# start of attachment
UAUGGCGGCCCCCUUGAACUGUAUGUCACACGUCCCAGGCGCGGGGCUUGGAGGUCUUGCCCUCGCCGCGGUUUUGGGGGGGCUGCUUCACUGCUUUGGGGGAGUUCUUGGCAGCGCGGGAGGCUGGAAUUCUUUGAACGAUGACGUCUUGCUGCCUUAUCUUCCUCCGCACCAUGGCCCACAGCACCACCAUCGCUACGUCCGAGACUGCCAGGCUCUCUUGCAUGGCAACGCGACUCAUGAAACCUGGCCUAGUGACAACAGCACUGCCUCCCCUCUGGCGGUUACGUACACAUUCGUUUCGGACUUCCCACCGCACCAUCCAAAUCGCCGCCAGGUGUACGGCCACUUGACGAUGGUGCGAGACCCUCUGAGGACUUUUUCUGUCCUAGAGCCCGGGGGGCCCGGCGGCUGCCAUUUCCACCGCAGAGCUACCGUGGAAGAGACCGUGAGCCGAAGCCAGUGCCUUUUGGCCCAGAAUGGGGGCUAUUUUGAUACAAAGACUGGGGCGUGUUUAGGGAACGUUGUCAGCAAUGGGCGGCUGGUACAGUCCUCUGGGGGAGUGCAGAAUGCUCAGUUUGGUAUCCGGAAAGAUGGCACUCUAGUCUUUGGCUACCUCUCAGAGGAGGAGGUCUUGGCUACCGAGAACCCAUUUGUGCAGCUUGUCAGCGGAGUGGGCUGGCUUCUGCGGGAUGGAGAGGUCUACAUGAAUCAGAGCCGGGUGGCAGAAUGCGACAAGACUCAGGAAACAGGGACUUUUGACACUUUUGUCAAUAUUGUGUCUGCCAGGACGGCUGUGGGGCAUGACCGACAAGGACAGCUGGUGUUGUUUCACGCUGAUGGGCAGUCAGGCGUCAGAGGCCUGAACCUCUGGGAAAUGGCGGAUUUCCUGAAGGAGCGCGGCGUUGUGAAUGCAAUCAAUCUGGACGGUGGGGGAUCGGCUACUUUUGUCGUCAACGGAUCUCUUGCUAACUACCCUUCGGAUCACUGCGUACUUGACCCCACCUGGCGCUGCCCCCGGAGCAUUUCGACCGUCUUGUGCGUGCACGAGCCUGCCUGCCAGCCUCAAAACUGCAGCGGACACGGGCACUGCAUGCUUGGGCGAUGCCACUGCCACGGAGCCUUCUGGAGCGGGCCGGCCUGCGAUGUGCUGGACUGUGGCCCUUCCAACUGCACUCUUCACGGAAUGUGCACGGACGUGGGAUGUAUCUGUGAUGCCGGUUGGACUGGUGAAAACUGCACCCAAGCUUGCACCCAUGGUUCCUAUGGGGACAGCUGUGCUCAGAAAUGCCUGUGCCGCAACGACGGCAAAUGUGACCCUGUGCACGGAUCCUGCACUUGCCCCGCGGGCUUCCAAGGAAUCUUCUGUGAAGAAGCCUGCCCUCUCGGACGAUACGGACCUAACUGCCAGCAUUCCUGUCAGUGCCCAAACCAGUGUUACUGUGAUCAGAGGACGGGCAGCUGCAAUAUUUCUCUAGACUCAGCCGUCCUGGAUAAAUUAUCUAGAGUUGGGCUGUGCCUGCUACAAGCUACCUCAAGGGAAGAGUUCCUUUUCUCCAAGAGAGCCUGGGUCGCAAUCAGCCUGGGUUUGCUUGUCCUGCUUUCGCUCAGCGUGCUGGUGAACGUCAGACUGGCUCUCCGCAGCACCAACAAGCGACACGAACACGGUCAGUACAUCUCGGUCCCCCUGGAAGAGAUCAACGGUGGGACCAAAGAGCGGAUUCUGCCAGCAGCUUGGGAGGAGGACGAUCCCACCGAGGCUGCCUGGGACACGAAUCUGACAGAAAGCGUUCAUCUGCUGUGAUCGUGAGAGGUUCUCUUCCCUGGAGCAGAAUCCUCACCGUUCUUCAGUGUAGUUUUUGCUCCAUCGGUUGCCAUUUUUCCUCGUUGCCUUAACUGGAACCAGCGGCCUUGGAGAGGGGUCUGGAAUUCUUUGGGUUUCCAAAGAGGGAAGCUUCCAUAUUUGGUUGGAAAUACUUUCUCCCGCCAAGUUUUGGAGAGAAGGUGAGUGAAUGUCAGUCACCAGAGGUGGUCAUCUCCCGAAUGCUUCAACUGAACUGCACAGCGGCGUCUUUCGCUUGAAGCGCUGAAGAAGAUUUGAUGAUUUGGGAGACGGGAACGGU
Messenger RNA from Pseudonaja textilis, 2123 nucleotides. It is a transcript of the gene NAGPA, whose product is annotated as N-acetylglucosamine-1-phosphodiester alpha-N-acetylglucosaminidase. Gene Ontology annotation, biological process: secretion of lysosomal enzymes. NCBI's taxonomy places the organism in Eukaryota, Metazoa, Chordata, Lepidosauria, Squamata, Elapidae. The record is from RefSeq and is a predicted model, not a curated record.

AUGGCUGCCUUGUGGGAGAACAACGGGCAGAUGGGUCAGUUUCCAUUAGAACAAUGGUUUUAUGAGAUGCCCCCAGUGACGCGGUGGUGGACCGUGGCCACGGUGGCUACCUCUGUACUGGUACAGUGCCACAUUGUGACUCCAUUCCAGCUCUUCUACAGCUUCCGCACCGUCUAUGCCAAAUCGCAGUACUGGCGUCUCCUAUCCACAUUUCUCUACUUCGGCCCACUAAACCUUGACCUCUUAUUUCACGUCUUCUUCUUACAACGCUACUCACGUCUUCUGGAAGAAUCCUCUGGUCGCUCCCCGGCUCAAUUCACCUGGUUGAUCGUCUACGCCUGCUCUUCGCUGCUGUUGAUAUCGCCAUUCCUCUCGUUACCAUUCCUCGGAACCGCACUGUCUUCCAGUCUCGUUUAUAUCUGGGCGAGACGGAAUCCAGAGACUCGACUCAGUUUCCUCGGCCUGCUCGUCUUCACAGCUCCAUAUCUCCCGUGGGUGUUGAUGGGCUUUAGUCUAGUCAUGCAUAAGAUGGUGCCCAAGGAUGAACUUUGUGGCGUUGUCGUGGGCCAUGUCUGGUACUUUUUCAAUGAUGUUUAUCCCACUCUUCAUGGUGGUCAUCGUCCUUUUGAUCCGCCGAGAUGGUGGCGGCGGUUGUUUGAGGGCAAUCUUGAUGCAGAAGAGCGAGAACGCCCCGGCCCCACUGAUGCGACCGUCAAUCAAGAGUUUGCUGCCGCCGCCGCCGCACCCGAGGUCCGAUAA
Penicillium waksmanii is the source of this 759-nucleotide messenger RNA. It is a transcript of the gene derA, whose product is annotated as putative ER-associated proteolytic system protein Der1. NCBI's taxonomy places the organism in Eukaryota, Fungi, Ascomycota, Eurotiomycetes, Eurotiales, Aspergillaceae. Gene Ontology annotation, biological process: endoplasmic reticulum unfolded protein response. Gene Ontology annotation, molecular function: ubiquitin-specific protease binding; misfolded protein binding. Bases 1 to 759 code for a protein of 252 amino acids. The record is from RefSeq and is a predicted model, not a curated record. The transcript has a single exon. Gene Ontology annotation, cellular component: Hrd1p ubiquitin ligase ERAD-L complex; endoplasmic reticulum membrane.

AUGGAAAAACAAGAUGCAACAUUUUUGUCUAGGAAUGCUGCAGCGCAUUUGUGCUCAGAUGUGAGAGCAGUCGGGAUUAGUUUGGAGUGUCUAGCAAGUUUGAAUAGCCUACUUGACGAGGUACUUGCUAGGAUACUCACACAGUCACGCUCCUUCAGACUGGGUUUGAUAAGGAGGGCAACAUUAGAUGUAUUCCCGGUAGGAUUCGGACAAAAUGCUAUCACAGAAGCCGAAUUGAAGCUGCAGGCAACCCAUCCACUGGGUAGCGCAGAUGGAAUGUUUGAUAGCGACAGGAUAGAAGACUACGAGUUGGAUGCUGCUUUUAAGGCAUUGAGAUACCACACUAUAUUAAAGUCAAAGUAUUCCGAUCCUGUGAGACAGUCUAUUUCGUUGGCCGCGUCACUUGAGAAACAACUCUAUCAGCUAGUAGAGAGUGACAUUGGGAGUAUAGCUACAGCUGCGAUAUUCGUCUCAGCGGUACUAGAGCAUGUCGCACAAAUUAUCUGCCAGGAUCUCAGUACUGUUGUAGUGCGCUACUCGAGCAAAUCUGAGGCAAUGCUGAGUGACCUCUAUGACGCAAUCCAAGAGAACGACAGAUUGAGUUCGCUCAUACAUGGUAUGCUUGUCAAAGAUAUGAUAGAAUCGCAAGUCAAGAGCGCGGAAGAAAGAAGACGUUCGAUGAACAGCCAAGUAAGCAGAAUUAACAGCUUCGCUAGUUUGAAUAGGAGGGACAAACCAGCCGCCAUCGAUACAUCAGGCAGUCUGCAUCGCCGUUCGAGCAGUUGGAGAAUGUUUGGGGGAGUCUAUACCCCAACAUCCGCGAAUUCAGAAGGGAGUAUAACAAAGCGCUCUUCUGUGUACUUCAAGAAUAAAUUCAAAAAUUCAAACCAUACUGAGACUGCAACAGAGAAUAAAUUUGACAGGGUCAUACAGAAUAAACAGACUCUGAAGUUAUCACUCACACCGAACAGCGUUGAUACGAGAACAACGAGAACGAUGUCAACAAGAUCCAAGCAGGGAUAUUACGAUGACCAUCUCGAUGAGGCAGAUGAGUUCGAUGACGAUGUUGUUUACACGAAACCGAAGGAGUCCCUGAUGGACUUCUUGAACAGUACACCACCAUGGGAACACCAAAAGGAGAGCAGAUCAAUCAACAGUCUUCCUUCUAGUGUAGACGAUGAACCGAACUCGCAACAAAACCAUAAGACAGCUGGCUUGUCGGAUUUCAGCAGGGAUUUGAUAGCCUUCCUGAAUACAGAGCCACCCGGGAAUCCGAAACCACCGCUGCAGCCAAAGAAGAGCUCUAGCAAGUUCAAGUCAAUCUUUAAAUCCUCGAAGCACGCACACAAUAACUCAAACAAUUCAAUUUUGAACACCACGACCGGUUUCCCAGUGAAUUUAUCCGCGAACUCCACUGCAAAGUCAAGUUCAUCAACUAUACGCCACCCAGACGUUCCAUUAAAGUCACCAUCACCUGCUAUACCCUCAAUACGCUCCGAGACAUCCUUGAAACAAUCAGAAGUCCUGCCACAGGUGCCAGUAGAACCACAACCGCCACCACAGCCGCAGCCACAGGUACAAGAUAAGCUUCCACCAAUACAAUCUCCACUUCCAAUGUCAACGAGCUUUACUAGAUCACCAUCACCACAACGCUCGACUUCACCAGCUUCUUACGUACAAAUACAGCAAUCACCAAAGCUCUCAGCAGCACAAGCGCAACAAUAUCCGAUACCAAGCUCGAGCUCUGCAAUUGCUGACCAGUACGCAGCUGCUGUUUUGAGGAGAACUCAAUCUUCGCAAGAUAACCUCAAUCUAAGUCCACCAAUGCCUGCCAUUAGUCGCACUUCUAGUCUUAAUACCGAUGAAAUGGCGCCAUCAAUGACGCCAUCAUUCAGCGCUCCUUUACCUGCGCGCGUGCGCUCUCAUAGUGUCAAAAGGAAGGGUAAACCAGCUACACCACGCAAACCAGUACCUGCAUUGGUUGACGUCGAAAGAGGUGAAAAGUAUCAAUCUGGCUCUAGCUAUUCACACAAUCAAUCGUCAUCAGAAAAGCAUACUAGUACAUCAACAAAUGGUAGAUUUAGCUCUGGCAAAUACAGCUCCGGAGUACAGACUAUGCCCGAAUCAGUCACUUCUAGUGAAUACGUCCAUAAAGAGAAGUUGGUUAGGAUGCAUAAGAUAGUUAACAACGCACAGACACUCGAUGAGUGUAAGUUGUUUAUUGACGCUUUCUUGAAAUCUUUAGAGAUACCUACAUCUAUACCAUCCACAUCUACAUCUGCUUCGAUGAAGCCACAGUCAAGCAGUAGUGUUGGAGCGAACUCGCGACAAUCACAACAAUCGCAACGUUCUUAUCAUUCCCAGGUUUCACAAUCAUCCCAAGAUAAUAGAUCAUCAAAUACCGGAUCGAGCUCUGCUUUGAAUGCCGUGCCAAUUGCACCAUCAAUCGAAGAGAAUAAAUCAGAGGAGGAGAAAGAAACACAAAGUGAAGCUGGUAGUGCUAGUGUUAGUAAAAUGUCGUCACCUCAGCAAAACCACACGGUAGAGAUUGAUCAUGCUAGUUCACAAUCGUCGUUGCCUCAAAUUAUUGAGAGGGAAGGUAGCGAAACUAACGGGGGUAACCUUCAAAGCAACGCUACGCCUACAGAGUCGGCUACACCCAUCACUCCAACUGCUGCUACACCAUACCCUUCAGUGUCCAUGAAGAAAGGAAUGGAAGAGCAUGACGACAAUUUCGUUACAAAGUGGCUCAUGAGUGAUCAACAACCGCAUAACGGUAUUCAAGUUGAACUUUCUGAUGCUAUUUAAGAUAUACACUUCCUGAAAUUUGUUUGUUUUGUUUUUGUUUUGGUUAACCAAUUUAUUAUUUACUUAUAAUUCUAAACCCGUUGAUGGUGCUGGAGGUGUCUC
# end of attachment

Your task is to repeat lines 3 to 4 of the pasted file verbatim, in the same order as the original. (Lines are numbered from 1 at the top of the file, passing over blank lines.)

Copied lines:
AUGGCUGCCUUGUGGGAGAACAACGGGCAGAUGGGUCAGUUUCCAUUAGAACAAUGGUUUUAUGAGAUGCCCCCAGUGACGCGGUGGUGGACCGUGGCCACGGUGGCUACCUCUGUACUGGUACAGUGCCACAUUGUGACUCCAUUCCAGCUCUUCUACAGCUUCCGCACCGUCUAUGCCAAAUCGCAGUACUGGCGUCUCCUAUCCACAUUUCUCUACUUCGGCCCACUAAACCUUGACCUCUUAUUUCACGUCUUCUUCUUACAACGCUACUCACGUCUUCUGGAAGAAUCCUCUGGUCGCUCCCCGGCUCAAUUCACCUGGUUGAUCGUCUACGCCUGCUCUUCGCUGCUGUUGAUAUCGCCAUUCCUCUCGUUACCAUUCCUCGGAACCGCACUGUCUUCCAGUCUCGUUUAUAUCUGGGCGAGACGGAAUCCAGAGACUCGACUCAGUUUCCUCGGCCUGCUCGUCUUCACAGCUCCAUAUCUCCCGUGGGUGUUGAUGGGCUUUAGUCUAGUCAUGCAUAAGAUGGUGCCCAAGGAUGAACUUUGUGGCGUUGUCGUGGGCCAUGUCUGGUACUUUUUCAAUGAUGUUUAUCCCACUCUUCAUGGUGGUCAUCGUCCUUUUGAUCCGCCGAGAUGGUGGCGGCGGUUGUUUGAGGGCAAUCUUGAUGCAGAAGAGCGAGAACGCCCCGGCCCCACUGAUGCGACCGUCAAUCAAGAGUUUGCUGCCGCCGCCGCCGCACCCGAGGUCCGAUAA
Penicillium waksmanii is the source of this 759-nucleotide messenger RNA. It is a transcript of the gene derA, whose product is annotated as putative ER-associated proteolytic system protein Der1. NCBI's taxonomy places the organism in Eukaryota, Fungi, Ascomycota, Eurotiomycetes, Eurotiales, Aspergillaceae. Gene Ontology annotation, biological process: endoplasmic reticulum unfolded protein response. Gene Ontology annotation, molecular function: ubiquitin-specific protease binding; misfolded protein binding. Bases 1 to 759 code for a protein of 252 amino acids. The record is from RefSeq and is a predicted model, not a curated record. The transcript has a single exon. Gene Ontology annotation, cellular component: Hrd1p ubiquitin ligase ERAD-L complex; endoplasmic reticulum membrane.